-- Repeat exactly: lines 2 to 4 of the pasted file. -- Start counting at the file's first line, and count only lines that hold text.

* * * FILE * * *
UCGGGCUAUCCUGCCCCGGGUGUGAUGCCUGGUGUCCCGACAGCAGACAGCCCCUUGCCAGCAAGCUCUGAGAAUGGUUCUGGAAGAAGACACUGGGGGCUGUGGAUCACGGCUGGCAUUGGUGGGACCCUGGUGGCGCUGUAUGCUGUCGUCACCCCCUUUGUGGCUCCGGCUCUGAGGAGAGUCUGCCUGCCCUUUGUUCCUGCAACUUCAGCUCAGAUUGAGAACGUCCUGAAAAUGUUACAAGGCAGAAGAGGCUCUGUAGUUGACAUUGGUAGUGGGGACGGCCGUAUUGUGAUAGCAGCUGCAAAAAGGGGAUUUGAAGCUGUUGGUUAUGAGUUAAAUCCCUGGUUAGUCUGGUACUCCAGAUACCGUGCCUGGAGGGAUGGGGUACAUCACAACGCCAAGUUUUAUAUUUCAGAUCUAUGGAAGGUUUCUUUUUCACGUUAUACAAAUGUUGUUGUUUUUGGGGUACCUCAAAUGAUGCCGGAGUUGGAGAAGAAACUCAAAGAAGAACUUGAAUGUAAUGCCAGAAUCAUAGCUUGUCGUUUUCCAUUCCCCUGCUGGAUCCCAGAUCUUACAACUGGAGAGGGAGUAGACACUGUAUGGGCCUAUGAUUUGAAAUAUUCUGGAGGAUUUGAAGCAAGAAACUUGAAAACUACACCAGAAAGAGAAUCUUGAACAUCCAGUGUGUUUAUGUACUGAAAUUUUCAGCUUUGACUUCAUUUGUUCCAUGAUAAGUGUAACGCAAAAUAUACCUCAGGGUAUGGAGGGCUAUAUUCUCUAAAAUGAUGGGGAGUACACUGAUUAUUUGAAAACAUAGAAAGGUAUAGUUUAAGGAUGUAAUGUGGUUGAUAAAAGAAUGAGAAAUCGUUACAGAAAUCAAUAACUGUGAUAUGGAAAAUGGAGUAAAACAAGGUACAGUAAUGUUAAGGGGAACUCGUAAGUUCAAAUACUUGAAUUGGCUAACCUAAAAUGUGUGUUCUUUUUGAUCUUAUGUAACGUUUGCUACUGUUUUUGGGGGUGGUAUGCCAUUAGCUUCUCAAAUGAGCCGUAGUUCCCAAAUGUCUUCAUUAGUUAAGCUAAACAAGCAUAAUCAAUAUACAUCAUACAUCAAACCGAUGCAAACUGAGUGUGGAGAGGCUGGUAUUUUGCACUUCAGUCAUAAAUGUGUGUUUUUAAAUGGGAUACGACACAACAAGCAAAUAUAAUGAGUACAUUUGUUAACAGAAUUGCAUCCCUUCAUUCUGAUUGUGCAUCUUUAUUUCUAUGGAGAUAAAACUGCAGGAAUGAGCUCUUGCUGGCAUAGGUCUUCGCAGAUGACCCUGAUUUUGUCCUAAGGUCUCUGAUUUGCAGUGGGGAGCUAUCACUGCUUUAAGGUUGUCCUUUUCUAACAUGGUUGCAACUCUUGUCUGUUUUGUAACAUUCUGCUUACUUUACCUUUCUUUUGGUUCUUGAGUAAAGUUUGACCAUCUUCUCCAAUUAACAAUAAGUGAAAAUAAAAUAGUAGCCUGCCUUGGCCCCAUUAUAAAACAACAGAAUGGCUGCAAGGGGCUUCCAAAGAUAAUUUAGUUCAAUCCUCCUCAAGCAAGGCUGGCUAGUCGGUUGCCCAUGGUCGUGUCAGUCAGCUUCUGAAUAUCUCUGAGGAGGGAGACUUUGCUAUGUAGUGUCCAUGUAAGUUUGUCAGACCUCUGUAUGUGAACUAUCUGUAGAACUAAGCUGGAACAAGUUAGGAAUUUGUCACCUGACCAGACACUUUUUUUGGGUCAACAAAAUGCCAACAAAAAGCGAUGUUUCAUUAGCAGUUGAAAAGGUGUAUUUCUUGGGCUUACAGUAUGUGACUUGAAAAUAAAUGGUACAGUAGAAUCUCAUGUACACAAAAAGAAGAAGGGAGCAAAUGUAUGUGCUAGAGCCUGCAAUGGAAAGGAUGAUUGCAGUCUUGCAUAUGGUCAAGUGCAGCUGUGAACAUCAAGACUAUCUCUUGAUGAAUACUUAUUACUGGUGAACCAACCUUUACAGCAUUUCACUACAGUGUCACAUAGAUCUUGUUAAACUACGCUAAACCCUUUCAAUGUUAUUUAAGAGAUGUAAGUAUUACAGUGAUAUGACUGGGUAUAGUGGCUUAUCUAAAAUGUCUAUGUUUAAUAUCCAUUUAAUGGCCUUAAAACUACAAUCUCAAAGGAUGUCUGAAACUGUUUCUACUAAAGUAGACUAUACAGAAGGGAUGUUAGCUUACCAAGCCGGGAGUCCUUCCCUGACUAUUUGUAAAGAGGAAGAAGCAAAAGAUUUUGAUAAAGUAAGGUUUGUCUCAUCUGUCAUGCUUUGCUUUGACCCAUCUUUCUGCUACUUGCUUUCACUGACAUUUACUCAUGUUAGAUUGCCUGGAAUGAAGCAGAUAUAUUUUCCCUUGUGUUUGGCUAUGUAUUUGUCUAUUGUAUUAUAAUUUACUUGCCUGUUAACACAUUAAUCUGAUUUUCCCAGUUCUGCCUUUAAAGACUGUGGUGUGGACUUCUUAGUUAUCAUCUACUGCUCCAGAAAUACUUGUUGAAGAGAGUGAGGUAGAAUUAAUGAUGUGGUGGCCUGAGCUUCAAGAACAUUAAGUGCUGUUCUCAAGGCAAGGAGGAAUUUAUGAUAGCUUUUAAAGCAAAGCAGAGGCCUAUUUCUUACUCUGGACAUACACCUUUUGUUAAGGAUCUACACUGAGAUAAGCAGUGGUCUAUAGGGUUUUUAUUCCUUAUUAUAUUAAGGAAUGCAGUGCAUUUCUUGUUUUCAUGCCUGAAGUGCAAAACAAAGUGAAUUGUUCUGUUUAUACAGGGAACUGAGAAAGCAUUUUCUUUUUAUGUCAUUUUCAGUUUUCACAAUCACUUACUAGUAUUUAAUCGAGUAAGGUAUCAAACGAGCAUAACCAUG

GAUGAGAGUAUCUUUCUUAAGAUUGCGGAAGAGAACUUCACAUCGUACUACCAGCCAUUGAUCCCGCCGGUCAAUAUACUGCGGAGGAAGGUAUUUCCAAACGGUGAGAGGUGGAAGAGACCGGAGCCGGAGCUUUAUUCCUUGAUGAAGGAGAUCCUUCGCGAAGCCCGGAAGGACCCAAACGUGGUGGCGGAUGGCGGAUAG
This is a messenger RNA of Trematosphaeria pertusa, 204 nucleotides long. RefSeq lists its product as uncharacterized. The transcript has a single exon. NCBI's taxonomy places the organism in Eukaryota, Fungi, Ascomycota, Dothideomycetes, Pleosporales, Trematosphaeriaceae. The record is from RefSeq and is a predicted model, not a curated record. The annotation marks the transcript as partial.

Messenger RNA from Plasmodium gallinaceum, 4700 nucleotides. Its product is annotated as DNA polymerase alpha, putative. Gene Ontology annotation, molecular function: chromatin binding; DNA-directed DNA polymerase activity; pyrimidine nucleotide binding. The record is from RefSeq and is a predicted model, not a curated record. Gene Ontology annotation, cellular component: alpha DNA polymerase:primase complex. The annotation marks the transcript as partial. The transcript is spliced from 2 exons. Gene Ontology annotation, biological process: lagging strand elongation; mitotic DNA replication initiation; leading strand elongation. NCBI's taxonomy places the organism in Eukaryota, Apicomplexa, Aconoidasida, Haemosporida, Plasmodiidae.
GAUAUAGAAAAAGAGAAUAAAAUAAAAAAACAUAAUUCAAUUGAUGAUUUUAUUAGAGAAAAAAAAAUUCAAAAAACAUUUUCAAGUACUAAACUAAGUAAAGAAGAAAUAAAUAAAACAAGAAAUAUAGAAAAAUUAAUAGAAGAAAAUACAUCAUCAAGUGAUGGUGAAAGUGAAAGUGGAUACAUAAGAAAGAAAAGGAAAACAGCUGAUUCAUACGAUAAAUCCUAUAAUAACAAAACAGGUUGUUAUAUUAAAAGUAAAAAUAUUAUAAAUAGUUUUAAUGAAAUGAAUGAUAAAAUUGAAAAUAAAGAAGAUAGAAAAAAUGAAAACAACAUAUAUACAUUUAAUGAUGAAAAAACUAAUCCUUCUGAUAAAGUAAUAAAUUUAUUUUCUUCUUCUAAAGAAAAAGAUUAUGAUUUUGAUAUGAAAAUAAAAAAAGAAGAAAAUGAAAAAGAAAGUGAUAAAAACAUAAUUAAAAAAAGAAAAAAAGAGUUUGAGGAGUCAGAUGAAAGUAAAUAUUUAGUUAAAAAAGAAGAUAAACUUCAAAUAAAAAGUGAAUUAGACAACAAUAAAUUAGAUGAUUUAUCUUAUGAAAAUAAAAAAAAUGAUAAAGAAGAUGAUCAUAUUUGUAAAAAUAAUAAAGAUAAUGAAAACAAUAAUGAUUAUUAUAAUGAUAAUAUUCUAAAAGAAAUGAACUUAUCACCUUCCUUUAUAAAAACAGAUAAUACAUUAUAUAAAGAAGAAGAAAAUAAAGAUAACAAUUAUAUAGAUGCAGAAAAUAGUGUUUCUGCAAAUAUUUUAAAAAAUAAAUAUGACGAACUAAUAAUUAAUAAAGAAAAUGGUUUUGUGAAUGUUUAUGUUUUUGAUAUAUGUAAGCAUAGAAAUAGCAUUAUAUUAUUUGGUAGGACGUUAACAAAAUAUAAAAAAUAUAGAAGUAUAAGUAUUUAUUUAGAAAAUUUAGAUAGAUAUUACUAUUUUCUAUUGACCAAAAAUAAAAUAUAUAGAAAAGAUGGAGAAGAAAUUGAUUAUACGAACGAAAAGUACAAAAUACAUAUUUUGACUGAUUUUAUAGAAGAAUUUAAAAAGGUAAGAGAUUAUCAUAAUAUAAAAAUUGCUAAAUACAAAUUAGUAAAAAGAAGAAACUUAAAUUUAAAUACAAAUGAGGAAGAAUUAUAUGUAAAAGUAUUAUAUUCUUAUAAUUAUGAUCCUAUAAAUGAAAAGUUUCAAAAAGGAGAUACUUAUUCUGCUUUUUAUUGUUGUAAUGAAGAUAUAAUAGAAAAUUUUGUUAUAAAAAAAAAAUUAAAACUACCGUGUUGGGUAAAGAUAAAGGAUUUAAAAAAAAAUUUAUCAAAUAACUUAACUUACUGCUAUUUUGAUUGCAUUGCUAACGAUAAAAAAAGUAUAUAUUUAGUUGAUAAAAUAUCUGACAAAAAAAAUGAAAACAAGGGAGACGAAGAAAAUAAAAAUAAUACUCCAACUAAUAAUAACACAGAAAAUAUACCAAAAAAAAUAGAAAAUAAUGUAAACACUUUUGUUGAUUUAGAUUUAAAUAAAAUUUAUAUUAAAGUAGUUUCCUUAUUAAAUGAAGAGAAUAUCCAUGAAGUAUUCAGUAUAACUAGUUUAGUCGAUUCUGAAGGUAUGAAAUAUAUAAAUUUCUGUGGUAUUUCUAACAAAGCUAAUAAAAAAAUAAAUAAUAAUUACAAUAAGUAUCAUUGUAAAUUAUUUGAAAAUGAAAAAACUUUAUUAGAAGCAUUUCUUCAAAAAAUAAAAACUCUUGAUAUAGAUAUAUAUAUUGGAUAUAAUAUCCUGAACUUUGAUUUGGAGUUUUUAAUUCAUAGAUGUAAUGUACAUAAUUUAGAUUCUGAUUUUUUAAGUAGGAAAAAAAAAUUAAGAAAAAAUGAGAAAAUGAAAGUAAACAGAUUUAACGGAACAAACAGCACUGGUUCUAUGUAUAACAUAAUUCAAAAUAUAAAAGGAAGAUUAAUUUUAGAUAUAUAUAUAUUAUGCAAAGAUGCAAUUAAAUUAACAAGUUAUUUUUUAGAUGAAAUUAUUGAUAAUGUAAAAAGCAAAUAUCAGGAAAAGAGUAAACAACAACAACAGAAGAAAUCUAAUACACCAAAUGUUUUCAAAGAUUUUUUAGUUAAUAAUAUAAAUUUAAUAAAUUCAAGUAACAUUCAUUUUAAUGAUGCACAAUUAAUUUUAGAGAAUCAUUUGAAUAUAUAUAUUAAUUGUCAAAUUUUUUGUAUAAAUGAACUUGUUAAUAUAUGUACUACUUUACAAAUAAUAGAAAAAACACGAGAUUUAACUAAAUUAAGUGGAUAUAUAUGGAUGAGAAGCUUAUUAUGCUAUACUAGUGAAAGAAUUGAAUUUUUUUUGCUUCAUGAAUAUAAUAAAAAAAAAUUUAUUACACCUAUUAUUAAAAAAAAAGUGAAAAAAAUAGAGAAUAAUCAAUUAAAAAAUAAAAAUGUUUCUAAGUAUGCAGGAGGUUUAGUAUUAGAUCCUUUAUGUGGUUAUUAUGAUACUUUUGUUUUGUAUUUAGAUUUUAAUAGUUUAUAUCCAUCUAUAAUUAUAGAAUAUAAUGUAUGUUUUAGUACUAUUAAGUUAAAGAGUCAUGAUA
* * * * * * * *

GAUGAGAGUAUCUUUCUUAAGAUUGCGGAAGAGAACUUCACAUCGUACUACCAGCCAUUGAUCCCGCCGGUCAAUAUACUGCGGAGGAAGGUAUUUCCAAACGGUGAGAGGUGGAAGAGACCGGAGCCGGAGCUUUAUUCCUUGAUGAAGGAGAUCCUUCGCGAAGCCCGGAAGGACCCAAACGUGGUGGCGGAUGGCGGAUAG
This is a messenger RNA of Trematosphaeria pertusa, 204 nucleotides long. RefSeq lists its product as uncharacterized. The transcript has a single exon. NCBI's taxonomy places the organism in Eukaryota, Fungi, Ascomycota, Dothideomycetes, Pleosporales, Trematosphaeriaceae. The record is from RefSeq and is a predicted model, not a curated record. The annotation marks the transcript as partial.

Messenger RNA from Plasmodium gallinaceum, 4700 nucleotides. Its product is annotated as DNA polymerase alpha, putative. Gene Ontology annotation, molecular function: chromatin binding; DNA-directed DNA polymerase activity; pyrimidine nucleotide binding. The record is from RefSeq and is a predicted model, not a curated record. Gene Ontology annotation, cellular component: alpha DNA polymerase:primase complex. The annotation marks the transcript as partial. The transcript is spliced from 2 exons. Gene Ontology annotation, biological process: lagging strand elongation; mitotic DNA replication initiation; leading strand elongation. NCBI's taxonomy places the organism in Eukaryota, Apicomplexa, Aconoidasida, Haemosporida, Plasmodiidae.